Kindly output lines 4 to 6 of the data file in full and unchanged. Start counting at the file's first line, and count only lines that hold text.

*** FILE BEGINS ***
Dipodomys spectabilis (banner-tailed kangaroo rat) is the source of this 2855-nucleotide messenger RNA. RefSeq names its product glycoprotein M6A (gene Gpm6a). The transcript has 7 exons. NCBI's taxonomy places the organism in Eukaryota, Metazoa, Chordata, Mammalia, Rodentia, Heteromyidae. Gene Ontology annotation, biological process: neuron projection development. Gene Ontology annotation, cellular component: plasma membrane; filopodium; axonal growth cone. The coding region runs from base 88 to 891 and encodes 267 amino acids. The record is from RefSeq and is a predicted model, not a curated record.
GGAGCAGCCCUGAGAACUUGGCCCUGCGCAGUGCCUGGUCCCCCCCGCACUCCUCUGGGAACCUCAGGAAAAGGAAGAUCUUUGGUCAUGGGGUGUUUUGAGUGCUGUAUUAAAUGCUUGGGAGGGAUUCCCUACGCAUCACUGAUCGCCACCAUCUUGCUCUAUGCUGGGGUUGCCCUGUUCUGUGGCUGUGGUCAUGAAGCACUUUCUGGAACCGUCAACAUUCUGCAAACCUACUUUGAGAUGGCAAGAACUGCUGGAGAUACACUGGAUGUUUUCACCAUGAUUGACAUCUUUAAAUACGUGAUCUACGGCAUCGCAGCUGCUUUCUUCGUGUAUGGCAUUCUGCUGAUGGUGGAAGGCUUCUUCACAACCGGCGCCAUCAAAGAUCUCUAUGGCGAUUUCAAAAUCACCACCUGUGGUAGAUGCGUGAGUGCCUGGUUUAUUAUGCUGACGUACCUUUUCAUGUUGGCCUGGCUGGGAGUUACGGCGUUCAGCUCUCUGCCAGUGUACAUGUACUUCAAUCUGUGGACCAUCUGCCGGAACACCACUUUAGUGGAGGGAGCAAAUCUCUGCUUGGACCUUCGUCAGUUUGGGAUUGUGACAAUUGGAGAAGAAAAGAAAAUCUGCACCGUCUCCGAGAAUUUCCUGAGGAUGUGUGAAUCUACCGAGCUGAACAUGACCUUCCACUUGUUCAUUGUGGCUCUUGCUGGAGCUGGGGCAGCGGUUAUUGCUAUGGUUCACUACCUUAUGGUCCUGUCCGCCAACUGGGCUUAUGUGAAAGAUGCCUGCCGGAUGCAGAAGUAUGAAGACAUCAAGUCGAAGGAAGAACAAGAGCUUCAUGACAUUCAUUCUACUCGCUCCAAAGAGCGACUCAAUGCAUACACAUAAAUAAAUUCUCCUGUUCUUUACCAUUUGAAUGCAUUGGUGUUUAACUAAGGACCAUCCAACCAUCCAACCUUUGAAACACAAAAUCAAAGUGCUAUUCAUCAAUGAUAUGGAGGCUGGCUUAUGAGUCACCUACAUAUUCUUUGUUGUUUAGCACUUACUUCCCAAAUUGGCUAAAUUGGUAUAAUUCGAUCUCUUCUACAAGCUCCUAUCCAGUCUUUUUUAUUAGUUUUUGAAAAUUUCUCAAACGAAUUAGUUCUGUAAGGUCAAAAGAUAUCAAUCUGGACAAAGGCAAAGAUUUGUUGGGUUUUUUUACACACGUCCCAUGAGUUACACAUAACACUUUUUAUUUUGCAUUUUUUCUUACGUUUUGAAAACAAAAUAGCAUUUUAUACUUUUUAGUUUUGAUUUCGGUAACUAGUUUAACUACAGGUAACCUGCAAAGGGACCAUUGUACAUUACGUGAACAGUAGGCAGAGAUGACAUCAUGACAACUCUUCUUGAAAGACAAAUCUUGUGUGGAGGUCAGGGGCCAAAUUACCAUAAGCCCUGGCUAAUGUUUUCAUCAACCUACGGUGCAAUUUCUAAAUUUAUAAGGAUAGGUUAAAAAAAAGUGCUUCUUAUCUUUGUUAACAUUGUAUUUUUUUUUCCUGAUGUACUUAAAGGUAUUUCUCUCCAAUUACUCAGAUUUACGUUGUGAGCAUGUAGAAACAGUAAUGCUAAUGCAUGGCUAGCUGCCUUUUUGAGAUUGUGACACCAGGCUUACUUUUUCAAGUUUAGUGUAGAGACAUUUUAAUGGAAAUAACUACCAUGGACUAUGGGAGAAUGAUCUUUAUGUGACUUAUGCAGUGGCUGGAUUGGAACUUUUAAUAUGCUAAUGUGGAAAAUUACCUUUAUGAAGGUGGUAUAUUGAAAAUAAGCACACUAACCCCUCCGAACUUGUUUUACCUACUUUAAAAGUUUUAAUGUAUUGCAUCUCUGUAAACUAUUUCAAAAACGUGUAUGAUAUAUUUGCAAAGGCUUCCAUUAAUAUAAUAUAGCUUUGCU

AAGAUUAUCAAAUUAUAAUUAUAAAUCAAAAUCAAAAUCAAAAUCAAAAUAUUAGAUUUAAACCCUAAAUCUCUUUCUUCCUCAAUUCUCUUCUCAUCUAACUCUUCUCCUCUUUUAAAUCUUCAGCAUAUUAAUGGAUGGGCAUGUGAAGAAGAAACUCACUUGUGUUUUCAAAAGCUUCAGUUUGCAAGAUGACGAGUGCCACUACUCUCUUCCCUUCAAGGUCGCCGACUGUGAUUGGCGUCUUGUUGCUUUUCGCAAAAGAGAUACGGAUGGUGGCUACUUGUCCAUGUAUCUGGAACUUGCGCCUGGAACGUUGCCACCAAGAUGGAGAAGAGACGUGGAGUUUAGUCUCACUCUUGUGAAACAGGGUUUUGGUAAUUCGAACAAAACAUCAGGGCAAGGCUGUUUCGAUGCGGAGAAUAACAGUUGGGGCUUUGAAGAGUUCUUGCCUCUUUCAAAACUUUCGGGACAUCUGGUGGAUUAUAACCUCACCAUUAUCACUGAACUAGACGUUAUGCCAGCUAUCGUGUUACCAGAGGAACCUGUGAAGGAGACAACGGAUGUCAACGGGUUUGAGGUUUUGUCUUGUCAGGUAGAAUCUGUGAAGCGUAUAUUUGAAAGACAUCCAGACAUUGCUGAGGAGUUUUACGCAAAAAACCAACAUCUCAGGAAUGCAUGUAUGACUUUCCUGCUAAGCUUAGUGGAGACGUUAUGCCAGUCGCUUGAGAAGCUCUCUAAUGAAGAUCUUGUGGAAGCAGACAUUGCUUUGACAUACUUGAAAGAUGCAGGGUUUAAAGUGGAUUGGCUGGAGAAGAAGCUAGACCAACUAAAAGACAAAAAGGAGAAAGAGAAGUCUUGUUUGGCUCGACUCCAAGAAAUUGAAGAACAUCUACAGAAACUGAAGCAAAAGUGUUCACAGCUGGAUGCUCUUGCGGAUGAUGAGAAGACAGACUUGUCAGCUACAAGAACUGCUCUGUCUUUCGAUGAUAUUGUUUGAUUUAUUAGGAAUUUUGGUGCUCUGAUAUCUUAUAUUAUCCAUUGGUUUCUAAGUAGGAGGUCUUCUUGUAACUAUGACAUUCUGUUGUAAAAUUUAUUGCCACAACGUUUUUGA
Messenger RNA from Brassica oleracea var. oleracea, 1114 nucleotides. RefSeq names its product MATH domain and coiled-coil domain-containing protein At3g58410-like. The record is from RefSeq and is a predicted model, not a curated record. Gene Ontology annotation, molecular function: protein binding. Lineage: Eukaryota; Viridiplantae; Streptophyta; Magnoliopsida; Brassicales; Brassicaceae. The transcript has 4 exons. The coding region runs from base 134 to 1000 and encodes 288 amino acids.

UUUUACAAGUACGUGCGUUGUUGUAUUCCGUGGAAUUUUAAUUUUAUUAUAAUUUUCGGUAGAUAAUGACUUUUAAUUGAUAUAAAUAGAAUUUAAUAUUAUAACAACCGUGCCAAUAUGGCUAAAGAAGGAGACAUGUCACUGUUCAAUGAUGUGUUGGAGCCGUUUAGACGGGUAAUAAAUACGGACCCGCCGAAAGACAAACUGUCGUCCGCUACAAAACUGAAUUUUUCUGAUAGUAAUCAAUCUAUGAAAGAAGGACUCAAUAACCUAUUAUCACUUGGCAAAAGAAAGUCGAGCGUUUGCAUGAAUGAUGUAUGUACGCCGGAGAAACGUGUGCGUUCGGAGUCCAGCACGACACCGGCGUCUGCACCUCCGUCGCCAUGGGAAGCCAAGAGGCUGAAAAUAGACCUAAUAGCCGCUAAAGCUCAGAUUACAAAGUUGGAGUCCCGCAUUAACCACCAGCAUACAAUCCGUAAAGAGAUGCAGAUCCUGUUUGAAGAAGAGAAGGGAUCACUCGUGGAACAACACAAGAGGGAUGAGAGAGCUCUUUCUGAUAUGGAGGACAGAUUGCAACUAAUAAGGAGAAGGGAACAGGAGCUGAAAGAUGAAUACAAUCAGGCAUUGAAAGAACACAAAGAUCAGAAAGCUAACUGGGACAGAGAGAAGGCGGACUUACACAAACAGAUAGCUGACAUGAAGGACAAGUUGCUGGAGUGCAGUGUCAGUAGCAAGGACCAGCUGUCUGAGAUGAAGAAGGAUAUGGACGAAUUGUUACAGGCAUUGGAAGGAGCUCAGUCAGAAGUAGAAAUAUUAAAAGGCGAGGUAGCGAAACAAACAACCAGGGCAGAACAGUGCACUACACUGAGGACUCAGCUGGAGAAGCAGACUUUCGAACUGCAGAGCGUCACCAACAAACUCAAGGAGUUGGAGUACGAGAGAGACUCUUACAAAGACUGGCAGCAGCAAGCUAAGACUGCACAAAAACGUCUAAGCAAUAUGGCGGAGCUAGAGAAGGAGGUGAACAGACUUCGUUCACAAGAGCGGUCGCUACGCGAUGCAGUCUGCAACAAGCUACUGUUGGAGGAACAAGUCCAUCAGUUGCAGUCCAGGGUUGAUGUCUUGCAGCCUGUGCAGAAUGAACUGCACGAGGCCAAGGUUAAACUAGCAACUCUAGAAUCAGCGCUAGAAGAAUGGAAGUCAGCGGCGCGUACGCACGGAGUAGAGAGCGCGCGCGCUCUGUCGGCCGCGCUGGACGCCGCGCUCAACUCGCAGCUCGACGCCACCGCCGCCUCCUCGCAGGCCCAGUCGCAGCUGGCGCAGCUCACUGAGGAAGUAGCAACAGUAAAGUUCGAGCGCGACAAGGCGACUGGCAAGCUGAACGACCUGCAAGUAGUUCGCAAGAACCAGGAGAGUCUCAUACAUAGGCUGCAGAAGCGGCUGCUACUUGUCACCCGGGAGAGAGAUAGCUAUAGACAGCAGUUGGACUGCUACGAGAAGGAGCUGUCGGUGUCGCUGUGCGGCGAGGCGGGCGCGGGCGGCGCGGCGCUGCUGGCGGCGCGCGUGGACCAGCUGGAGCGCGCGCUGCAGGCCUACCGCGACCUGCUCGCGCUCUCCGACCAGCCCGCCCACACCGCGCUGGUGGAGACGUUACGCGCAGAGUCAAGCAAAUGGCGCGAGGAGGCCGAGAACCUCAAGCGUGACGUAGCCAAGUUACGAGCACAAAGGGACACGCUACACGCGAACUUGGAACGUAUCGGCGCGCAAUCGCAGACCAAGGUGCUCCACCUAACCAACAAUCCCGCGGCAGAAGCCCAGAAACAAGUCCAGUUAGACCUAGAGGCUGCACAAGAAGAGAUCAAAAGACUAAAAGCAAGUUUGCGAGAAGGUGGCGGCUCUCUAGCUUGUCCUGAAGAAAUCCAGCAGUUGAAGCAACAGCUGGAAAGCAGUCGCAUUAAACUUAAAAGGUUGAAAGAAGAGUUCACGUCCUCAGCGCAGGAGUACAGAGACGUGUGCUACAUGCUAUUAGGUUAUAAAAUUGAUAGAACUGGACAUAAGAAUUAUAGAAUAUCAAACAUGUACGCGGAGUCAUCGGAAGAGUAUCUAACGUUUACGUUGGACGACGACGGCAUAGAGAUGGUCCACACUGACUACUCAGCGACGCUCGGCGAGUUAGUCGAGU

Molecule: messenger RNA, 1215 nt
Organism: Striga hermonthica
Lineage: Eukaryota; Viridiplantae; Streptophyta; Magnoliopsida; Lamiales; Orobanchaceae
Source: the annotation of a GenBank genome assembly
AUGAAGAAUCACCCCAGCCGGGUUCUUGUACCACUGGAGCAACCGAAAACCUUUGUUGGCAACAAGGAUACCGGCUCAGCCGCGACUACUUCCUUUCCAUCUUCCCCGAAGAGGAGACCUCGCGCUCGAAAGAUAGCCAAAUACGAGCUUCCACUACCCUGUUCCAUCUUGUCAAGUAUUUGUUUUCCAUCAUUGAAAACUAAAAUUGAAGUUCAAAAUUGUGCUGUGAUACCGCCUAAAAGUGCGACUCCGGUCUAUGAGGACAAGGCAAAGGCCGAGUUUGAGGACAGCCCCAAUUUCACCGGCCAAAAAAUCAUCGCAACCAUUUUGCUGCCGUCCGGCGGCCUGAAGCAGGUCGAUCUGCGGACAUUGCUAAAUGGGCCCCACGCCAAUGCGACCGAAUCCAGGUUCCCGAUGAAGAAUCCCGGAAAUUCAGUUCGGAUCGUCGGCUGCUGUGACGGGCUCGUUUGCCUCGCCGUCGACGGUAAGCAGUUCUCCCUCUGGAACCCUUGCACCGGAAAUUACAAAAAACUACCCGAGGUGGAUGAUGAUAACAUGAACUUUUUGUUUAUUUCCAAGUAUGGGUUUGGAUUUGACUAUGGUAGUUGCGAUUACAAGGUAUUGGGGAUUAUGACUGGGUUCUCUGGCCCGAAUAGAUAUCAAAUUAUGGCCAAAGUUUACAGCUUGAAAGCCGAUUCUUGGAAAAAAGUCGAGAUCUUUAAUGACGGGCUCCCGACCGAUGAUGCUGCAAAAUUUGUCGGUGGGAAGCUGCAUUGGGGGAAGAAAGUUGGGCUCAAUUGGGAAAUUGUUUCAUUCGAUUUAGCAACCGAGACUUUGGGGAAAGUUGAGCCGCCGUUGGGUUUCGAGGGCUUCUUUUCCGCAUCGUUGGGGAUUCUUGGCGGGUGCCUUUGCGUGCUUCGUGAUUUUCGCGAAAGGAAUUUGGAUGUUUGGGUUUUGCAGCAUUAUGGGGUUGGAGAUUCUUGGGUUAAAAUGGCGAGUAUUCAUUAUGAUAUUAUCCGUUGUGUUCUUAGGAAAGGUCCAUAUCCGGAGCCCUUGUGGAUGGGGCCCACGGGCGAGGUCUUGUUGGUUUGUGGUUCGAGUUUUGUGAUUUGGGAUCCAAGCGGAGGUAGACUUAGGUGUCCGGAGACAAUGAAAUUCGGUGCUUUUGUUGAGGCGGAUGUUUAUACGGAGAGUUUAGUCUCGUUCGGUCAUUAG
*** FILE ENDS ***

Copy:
Messenger RNA from Brassica oleracea var. oleracea, 1114 nucleotides. RefSeq names its product MATH domain and coiled-coil domain-containing protein At3g58410-like. The record is from RefSeq and is a predicted model, not a curated record. Gene Ontology annotation, molecular function: protein binding. Lineage: Eukaryota; Viridiplantae; Streptophyta; Magnoliopsida; Brassicales; Brassicaceae. The transcript has 4 exons. The coding region runs from base 134 to 1000 and encodes 288 amino acids.

UUUUACAAGUACGUGCGUUGUUGUAUUCCGUGGAAUUUUAAUUUUAUUAUAAUUUUCGGUAGAUAAUGACUUUUAAUUGAUAUAAAUAGAAUUUAAUAUUAUAACAACCGUGCCAAUAUGGCUAAAGAAGGAGACAUGUCACUGUUCAAUGAUGUGUUGGAGCCGUUUAGACGGGUAAUAAAUACGGACCCGCCGAAAGACAAACUGUCGUCCGCUACAAAACUGAAUUUUUCUGAUAGUAAUCAAUCUAUGAAAGAAGGACUCAAUAACCUAUUAUCACUUGGCAAAAGAAAGUCGAGCGUUUGCAUGAAUGAUGUAUGUACGCCGGAGAAACGUGUGCGUUCGGAGUCCAGCACGACACCGGCGUCUGCACCUCCGUCGCCAUGGGAAGCCAAGAGGCUGAAAAUAGACCUAAUAGCCGCUAAAGCUCAGAUUACAAAGUUGGAGUCCCGCAUUAACCACCAGCAUACAAUCCGUAAAGAGAUGCAGAUCCUGUUUGAAGAAGAGAAGGGAUCACUCGUGGAACAACACAAGAGGGAUGAGAGAGCUCUUUCUGAUAUGGAGGACAGAUUGCAACUAAUAAGGAGAAGGGAACAGGAGCUGAAAGAUGAAUACAAUCAGGCAUUGAAAGAACACAAAGAUCAGAAAGCUAACUGGGACAGAGAGAAGGCGGACUUACACAAACAGAUAGCUGACAUGAAGGACAAGUUGCUGGAGUGCAGUGUCAGUAGCAAGGACCAGCUGUCUGAGAUGAAGAAGGAUAUGGACGAAUUGUUACAGGCAUUGGAAGGAGCUCAGUCAGAAGUAGAAAUAUUAAAAGGCGAGGUAGCGAAACAAACAACCAGGGCAGAACAGUGCACUACACUGAGGACUCAGCUGGAGAAGCAGACUUUCGAACUGCAGAGCGUCACCAACAAACUCAAGGAGUUGGAGUACGAGAGAGACUCUUACAAAGACUGGCAGCAGCAAGCUAAGACUGCACAAAAACGUCUAAGCAAUAUGGCGGAGCUAGAGAAGGAGGUGAACAGACUUCGUUCACAAGAGCGGUCGCUACGCGAUGCAGUCUGCAACAAGCUACUGUUGGAGGAACAAGUCCAUCAGUUGCAGUCCAGGGUUGAUGUCUUGCAGCCUGUGCAGAAUGAACUGCACGAGGCCAAGGUUAAACUAGCAACUCUAGAAUCAGCGCUAGAAGAAUGGAAGUCAGCGGCGCGUACGCACGGAGUAGAGAGCGCGCGCGCUCUGUCGGCCGCGCUGGACGCCGCGCUCAACUCGCAGCUCGACGCCACCGCCGCCUCCUCGCAGGCCCAGUCGCAGCUGGCGCAGCUCACUGAGGAAGUAGCAACAGUAAAGUUCGAGCGCGACAAGGCGACUGGCAAGCUGAACGACCUGCAAGUAGUUCGCAAGAACCAGGAGAGUCUCAUACAUAGGCUGCAGAAGCGGCUGCUACUUGUCACCCGGGAGAGAGAUAGCUAUAGACAGCAGUUGGACUGCUACGAGAAGGAGCUGUCGGUGUCGCUGUGCGGCGAGGCGGGCGCGGGCGGCGCGGCGCUGCUGGCGGCGCGCGUGGACCAGCUGGAGCGCGCGCUGCAGGCCUACCGCGACCUGCUCGCGCUCUCCGACCAGCCCGCCCACACCGCGCUGGUGGAGACGUUACGCGCAGAGUCAAGCAAAUGGCGCGAGGAGGCCGAGAACCUCAAGCGUGACGUAGCCAAGUUACGAGCACAAAGGGACACGCUACACGCGAACUUGGAACGUAUCGGCGCGCAAUCGCAGACCAAGGUGCUCCACCUAACCAACAAUCCCGCGGCAGAAGCCCAGAAACAAGUCCAGUUAGACCUAGAGGCUGCACAAGAAGAGAUCAAAAGACUAAAAGCAAGUUUGCGAGAAGGUGGCGGCUCUCUAGCUUGUCCUGAAGAAAUCCAGCAGUUGAAGCAACAGCUGGAAAGCAGUCGCAUUAAACUUAAAAGGUUGAAAGAAGAGUUCACGUCCUCAGCGCAGGAGUACAGAGACGUGUGCUACAUGCUAUUAGGUUAUAAAAUUGAUAGAACUGGACAUAAGAAUUAUAGAAUAUCAAACAUGUACGCGGAGUCAUCGGAAGAGUAUCUAACGUUUACGUUGGACGACGACGGCAUAGAGAUGGUCCACACUGACUACUCAGCGACGCUCGGCGAGUUAGUCGAGU

Molecule: messenger RNA, 1215 nt